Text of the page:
(1/3 are appointed by the governor; 1/3 by the mayor; the local community plays
a minor role) with a strong element of politically dependent technocracy.
The relationships that are established are not those that would be considered
appropriate to a multicultural society committed to just treatment and democratic
opportunity for its diverse members. It ends up, in spite of the efforts of some of
those involved, as fostering a top-down approach whose objective is rather gilding
the ghetto than eliminating its barriers. The prospects do not look good.
And what is promised is more of the same, but with even less behind it. In the
balanced budget legislation, twenty more empowerment zones are to be
created -- fifteen urban and five rural. Whether they will be funded even at the
limited level of the first round remains, however, in doubt.
12 The underlying
approach, tackling the issues of a multicultural society by measures spatially
designed and spatially limited, is not being questioned. Unless major changes are
made in the program, it will not make much difference; it is as likely, in the long
run, to hurt the cause of multicultural justice in the United States as to help it.
I use the term "ghetto" here in the specific sense of an involuntary spatial concentration
of members of a dominated group. For a detailed discussion, and the differentiation from
an enclave or similar immigrant areas of concentration, see
Marcuse Peter "The Enclave,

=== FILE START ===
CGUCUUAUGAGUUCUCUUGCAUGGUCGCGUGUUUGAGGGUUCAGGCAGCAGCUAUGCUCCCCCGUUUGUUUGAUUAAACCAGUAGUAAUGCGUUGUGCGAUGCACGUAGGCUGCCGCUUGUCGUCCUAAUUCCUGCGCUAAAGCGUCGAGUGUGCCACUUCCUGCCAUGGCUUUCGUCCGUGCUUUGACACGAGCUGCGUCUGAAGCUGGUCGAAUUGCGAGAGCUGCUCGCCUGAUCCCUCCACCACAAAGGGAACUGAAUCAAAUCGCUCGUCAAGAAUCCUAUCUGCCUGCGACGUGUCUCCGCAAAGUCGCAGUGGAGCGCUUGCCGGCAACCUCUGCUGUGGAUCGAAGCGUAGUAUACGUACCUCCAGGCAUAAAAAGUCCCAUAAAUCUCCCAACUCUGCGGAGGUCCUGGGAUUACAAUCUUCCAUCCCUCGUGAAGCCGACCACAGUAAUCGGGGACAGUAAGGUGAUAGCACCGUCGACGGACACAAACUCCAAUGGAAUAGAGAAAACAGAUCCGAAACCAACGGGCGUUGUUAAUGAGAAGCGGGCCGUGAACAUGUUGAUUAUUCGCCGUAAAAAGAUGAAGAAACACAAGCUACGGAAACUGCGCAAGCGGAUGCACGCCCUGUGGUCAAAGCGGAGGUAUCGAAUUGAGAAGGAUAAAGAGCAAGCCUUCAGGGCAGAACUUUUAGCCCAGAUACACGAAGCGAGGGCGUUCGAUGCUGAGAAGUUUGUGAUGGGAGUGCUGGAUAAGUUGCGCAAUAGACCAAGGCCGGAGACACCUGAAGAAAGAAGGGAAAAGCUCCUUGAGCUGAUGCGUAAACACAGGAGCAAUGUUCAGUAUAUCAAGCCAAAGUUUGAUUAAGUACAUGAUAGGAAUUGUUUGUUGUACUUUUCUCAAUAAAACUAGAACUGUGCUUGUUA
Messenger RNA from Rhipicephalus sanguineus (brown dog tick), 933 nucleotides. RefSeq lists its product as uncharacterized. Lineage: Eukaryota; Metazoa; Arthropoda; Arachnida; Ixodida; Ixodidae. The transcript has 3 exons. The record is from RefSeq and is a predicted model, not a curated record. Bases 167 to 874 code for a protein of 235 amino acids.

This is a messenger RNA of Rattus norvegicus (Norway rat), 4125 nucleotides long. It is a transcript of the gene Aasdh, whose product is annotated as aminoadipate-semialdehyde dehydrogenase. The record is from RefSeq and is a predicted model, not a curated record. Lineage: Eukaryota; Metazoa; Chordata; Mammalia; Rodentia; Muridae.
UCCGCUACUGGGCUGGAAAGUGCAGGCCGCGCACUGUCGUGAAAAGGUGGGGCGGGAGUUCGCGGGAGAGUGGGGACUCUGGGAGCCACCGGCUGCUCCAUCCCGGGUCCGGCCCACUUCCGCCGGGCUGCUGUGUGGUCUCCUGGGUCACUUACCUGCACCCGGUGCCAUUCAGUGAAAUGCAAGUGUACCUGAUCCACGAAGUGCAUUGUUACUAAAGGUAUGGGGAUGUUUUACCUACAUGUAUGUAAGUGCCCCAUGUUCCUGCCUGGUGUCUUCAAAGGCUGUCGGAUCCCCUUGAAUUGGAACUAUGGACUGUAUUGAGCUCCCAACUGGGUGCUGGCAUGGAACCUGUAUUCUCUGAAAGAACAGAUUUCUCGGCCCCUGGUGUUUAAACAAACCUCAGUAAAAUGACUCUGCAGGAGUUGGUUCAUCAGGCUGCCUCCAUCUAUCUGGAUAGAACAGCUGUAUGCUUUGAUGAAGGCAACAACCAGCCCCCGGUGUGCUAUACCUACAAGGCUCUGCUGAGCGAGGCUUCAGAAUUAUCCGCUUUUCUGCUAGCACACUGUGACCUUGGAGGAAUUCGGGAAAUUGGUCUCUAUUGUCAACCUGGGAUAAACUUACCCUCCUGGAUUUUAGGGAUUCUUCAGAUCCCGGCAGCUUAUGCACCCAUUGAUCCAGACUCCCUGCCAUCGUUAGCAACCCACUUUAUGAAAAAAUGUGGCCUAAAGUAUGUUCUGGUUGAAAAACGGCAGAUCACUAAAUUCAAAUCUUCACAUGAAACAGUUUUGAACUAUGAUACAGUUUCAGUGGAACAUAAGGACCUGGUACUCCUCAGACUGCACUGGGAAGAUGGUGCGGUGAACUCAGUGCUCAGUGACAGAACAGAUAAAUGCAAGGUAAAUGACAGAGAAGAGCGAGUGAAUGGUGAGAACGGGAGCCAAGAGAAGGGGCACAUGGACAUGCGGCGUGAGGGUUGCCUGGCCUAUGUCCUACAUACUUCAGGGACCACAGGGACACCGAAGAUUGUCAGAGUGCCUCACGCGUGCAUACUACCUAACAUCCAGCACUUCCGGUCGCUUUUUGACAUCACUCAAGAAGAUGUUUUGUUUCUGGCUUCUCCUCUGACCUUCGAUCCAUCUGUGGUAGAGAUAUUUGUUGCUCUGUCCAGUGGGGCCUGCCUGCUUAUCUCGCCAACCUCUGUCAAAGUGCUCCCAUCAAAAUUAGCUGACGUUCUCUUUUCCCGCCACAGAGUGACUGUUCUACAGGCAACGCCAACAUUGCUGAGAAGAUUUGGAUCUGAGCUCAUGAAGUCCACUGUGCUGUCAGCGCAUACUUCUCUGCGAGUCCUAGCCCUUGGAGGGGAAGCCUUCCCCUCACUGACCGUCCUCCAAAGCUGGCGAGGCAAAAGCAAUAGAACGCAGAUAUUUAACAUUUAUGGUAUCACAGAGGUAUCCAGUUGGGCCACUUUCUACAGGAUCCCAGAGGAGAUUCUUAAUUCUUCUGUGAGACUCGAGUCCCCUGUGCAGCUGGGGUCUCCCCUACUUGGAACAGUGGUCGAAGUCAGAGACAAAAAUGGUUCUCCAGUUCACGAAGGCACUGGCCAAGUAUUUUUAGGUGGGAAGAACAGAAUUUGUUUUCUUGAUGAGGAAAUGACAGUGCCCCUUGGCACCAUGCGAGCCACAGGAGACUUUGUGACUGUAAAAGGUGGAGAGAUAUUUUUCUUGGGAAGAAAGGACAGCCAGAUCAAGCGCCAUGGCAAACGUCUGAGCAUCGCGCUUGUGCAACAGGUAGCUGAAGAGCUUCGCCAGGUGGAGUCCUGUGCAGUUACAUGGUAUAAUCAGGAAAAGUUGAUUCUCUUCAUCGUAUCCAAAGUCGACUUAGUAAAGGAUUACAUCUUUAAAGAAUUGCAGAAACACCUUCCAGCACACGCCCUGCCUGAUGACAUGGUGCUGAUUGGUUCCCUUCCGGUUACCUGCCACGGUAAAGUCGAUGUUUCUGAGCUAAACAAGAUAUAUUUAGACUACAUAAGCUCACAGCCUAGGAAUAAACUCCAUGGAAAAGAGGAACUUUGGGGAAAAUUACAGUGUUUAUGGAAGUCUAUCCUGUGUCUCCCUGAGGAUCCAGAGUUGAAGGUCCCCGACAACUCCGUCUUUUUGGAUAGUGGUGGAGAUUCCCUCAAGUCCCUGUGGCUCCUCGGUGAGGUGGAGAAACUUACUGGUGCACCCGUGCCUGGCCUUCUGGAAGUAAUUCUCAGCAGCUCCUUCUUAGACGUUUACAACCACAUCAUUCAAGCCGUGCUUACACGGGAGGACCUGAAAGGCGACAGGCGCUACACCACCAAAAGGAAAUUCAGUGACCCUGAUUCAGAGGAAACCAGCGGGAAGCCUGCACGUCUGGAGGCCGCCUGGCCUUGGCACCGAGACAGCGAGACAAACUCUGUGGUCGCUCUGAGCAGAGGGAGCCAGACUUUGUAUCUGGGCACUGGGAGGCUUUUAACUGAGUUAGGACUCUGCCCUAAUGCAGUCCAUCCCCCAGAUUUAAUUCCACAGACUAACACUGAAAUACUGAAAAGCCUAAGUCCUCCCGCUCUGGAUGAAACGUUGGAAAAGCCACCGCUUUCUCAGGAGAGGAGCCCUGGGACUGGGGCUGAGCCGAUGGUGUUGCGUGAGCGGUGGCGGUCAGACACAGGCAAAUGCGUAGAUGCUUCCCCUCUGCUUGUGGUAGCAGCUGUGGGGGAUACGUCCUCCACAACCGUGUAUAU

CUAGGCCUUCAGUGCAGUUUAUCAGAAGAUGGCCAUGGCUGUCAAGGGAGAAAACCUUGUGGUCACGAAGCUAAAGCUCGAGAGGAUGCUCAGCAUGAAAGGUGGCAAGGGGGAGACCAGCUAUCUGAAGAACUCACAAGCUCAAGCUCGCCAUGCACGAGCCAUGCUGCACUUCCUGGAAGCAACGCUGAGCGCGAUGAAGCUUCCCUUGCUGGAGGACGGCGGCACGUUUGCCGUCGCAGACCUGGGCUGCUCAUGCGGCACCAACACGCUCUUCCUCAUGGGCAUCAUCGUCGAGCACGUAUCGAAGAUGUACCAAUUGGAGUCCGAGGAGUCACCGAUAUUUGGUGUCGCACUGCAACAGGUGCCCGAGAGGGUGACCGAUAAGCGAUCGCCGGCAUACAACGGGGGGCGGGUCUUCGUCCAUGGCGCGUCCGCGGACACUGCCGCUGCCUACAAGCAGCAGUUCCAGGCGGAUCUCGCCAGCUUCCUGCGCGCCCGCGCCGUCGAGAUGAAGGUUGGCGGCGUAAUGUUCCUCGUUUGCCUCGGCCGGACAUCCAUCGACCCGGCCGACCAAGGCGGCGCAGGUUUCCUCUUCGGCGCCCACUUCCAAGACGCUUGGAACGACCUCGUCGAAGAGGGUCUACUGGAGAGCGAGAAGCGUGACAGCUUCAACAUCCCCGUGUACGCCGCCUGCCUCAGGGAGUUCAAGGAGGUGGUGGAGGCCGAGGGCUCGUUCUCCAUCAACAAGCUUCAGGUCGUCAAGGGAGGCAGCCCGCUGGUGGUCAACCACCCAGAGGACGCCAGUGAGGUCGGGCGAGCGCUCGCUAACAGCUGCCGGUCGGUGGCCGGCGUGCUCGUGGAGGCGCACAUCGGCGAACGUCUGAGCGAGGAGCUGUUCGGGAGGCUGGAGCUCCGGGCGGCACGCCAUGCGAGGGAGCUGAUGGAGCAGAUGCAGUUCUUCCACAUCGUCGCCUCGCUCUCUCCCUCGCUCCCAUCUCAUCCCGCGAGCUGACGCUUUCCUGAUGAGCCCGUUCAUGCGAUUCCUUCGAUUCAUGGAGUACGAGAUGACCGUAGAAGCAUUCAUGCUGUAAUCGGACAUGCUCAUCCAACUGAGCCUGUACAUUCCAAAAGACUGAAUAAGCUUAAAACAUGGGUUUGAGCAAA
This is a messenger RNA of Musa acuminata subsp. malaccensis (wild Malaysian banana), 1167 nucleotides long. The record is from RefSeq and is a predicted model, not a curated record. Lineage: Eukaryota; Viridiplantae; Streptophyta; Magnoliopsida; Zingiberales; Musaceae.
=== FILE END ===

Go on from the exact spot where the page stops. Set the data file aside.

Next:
the Citadel, and the Ghetto: What Has Changed in the Post-Fordist U.S. City". Urban
Affairs Review, vol. 33, no. 2, November 1997:228-64.
Among the best short critical discussions are those of Ed Gramlich, prepared for the
Center for Community Change and the Coalition for Low Income Community Development,
both in Washington, D.C. For my own comments on the New York City application and
the politics behind it, see
Marcuse Peter "Empowering New York", City Limits, March
Part I of Title XIII, Chapter I, Subchapter C, of the Omnibus Budget Reconciliation
Act of 1993: "Empowerment Zones, Enterprise Communities, and Rural Development
The history of federal efforts to impose an effective planning requirement on
municipalities goes back as far as the idea of geographically zoned assistance itself (see
below) and with as few results. The lineage includes Workable Programs, H.A.P.s,
C.H.A.S.s, and most recently Consolidated Plans.
From the New York City empowerment zone application, as submitted to HUD.
For a biased history of some of these programs that has attracted wide-spread attention,
but which ignores the changes discussed in the next paragraph, see
Lemman Nicholas. "Rebuilding the Ghetto Doesn't Work". The New York Times, January 9, 1994:27.
For a more detailed discussion, see
Marcuse Peter "The Targeted Crisis: On the
Ideology of the Urban Fiscal Crisis and Its Uses", in International Journal of Urban and
Regional Research, vol. 5, no. 3, 1981:330.
Section 1398(d)(1)(A) and (B) of the Act.
The very term "empowerment" is ambiguous in its social impact if empowerment is
defined as "a necessarily long-term process of adult learning and development" (Wright and